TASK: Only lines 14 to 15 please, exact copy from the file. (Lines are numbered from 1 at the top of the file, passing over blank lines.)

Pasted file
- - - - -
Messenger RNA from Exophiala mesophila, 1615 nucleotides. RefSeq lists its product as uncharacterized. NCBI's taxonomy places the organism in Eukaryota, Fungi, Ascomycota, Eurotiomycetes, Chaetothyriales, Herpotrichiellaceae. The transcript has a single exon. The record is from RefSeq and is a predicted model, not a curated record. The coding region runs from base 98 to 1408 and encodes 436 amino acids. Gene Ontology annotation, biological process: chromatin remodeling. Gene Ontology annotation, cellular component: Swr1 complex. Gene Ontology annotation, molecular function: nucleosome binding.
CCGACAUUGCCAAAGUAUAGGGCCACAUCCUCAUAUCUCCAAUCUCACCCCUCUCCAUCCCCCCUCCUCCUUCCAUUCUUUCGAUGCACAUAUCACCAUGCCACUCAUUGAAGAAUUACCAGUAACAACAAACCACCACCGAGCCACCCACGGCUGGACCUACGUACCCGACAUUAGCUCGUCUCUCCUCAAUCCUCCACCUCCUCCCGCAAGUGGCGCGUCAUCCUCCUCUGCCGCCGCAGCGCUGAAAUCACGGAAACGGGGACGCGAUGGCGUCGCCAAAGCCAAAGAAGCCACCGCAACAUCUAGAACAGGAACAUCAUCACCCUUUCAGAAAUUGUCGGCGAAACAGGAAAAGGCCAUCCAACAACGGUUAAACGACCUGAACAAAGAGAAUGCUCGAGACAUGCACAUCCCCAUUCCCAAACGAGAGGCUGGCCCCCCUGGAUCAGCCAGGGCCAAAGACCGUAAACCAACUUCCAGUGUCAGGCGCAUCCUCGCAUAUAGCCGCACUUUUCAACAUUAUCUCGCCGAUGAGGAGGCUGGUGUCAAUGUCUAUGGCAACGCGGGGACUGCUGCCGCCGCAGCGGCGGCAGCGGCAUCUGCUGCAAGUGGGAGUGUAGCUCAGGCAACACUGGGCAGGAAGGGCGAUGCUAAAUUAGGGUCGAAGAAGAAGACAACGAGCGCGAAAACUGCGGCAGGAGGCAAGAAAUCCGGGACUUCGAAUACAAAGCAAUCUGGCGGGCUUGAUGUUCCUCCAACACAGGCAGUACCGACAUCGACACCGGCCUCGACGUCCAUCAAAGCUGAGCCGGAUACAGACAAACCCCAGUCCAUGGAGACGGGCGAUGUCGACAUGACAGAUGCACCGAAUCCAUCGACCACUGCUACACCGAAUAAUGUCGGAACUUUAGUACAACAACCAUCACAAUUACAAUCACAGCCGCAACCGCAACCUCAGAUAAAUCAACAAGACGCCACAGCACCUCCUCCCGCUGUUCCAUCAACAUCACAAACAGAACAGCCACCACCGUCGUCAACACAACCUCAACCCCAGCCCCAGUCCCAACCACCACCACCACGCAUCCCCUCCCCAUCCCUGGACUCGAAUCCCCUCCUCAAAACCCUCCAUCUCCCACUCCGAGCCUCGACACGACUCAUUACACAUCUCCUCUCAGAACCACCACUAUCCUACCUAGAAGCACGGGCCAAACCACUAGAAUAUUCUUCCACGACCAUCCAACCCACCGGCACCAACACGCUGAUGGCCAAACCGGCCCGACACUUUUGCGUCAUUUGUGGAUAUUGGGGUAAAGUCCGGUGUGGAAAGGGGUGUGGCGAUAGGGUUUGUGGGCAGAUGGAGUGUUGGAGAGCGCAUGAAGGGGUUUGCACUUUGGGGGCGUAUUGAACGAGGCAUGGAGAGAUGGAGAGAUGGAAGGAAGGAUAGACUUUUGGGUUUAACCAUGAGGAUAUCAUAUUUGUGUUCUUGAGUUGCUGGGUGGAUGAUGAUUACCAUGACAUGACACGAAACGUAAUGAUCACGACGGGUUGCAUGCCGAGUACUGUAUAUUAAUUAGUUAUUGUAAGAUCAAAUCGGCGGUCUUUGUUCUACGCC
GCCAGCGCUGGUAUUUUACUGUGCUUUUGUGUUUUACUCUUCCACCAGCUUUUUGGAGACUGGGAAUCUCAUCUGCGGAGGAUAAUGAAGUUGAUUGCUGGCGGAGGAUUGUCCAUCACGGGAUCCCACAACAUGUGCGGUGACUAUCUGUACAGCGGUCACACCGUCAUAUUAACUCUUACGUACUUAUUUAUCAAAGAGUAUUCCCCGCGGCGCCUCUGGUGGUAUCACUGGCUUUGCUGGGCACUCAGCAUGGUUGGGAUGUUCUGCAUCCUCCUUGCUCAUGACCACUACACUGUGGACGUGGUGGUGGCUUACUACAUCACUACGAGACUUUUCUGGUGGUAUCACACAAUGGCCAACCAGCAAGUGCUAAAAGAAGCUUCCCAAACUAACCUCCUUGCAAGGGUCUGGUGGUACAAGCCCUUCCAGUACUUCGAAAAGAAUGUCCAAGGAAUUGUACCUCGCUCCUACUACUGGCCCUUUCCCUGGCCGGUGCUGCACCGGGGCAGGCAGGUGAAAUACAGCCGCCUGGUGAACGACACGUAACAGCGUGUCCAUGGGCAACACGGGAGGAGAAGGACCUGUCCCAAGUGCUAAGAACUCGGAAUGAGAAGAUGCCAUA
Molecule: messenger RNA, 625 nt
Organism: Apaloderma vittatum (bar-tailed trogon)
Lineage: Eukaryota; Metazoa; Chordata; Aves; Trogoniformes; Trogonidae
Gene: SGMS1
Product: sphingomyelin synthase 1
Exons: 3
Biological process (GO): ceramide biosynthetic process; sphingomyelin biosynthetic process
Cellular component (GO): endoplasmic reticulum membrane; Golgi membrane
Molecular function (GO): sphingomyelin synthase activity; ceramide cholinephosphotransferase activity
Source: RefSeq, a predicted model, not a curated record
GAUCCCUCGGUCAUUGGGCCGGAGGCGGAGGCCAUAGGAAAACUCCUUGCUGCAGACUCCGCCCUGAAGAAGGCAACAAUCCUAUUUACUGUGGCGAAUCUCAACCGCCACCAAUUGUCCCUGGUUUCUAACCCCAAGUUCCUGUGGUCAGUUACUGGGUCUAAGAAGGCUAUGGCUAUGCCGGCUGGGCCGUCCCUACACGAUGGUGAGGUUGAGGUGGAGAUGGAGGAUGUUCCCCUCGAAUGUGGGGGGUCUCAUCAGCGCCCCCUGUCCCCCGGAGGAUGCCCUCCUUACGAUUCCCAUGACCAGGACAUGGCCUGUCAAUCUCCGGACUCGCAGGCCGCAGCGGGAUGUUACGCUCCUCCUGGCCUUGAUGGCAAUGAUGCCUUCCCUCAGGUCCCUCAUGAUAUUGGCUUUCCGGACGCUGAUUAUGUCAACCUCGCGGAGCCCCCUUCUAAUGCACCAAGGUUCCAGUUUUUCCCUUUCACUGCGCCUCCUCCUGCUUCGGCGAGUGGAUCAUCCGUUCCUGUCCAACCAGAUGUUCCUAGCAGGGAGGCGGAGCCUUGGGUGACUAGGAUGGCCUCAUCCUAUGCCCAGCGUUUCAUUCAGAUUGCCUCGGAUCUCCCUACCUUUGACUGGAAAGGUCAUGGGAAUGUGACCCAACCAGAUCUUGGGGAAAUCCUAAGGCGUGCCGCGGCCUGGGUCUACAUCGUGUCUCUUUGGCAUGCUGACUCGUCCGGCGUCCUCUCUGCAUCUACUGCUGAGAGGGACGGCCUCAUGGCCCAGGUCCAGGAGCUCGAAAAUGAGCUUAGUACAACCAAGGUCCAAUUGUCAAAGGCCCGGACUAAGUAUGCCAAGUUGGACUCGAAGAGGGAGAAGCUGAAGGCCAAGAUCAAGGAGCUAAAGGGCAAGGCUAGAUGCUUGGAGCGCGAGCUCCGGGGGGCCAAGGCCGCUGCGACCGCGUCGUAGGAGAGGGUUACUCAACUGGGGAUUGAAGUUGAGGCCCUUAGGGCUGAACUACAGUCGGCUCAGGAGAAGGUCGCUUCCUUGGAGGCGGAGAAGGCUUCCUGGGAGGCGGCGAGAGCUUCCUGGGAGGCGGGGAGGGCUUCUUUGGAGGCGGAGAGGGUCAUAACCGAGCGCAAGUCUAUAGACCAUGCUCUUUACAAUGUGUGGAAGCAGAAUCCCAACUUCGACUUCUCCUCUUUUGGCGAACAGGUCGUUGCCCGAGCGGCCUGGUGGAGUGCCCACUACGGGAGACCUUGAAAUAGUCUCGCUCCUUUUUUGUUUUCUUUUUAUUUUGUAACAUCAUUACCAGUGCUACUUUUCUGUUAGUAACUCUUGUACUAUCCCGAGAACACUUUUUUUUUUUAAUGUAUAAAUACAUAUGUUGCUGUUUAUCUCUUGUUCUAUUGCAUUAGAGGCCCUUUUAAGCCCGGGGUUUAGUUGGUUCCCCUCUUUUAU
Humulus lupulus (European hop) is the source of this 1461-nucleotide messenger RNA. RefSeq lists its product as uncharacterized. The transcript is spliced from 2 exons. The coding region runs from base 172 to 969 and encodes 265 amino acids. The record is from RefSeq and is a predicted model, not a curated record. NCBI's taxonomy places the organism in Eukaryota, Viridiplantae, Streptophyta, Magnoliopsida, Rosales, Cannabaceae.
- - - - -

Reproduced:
GAUCCCUCGGUCAUUGGGCCGGAGGCGGAGGCCAUAGGAAAACUCCUUGCUGCAGACUCCGCCCUGAAGAAGGCAACAAUCCUAUUUACUGUGGCGAAUCUCAACCGCCACCAAUUGUCCCUGGUUUCUAACCCCAAGUUCCUGUGGUCAGUUACUGGGUCUAAGAAGGCUAUGGCUAUGCCGGCUGGGCCGUCCCUACACGAUGGUGAGGUUGAGGUGGAGAUGGAGGAUGUUCCCCUCGAAUGUGGGGGGUCUCAUCAGCGCCCCCUGUCCCCCGGAGGAUGCCCUCCUUACGAUUCCCAUGACCAGGACAUGGCCUGUCAAUCUCCGGACUCGCAGGCCGCAGCGGGAUGUUACGCUCCUCCUGGCCUUGAUGGCAAUGAUGCCUUCCCUCAGGUCCCUCAUGAUAUUGGCUUUCCGGACGCUGAUUAUGUCAACCUCGCGGAGCCCCCUUCUAAUGCACCAAGGUUCCAGUUUUUCCCUUUCACUGCGCCUCCUCCUGCUUCGGCGAGUGGAUCAUCCGUUCCUGUCCAACCAGAUGUUCCUAGCAGGGAGGCGGAGCCUUGGGUGACUAGGAUGGCCUCAUCCUAUGCCCAGCGUUUCAUUCAGAUUGCCUCGGAUCUCCCUACCUUUGACUGGAAAGGUCAUGGGAAUGUGACCCAACCAGAUCUUGGGGAAAUCCUAAGGCGUGCCGCGGCCUGGGUCUACAUCGUGUCUCUUUGGCAUGCUGACUCGUCCGGCGUCCUCUCUGCAUCUACUGCUGAGAGGGACGGCCUCAUGGCCCAGGUCCAGGAGCUCGAAAAUGAGCUUAGUACAACCAAGGUCCAAUUGUCAAAGGCCCGGACUAAGUAUGCCAAGUUGGACUCGAAGAGGGAGAAGCUGAAGGCCAAGAUCAAGGAGCUAAAGGGCAAGGCUAGAUGCUUGGAGCGCGAGCUCCGGGGGGCCAAGGCCGCUGCGACCGCGUCGUAGGAGAGGGUUACUCAACUGGGGAUUGAAGUUGAGGCCCUUAGGGCUGAACUACAGUCGGCUCAGGAGAAGGUCGCUUCCUUGGAGGCGGAGAAGGCUUCCUGGGAGGCGGCGAGAGCUUCCUGGGAGGCGGGGAGGGCUUCUUUGGAGGCGGAGAGGGUCAUAACCGAGCGCAAGUCUAUAGACCAUGCUCUUUACAAUGUGUGGAAGCAGAAUCCCAACUUCGACUUCUCCUCUUUUGGCGAACAGGUCGUUGCCCGAGCGGCCUGGUGGAGUGCCCACUACGGGAGACCUUGAAAUAGUCUCGCUCCUUUUUUGUUUUCUUUUUAUUUUGUAACAUCAUUACCAGUGCUACUUUUCUGUUAGUAACUCUUGUACUAUCCCGAGAACACUUUUUUUUUUUAAUGUAUAAAUACAUAUGUUGCUGUUUAUCUCUUGUUCUAUUGCAUUAGAGGCCCUUUUAAGCCCGGGGUUUAGUUGGUUCCCCUCUUUUAU
Humulus lupulus (European hop) is the source of this 1461-nucleotide messenger RNA. RefSeq lists its product as uncharacterized. The transcript is spliced from 2 exons. The coding region runs from base 172 to 969 and encodes 265 amino acids. The record is from RefSeq and is a predicted model, not a curated record. NCBI's taxonomy places the organism in Eukaryota, Viridiplantae, Streptophyta, Magnoliopsida, Rosales, Cannabaceae.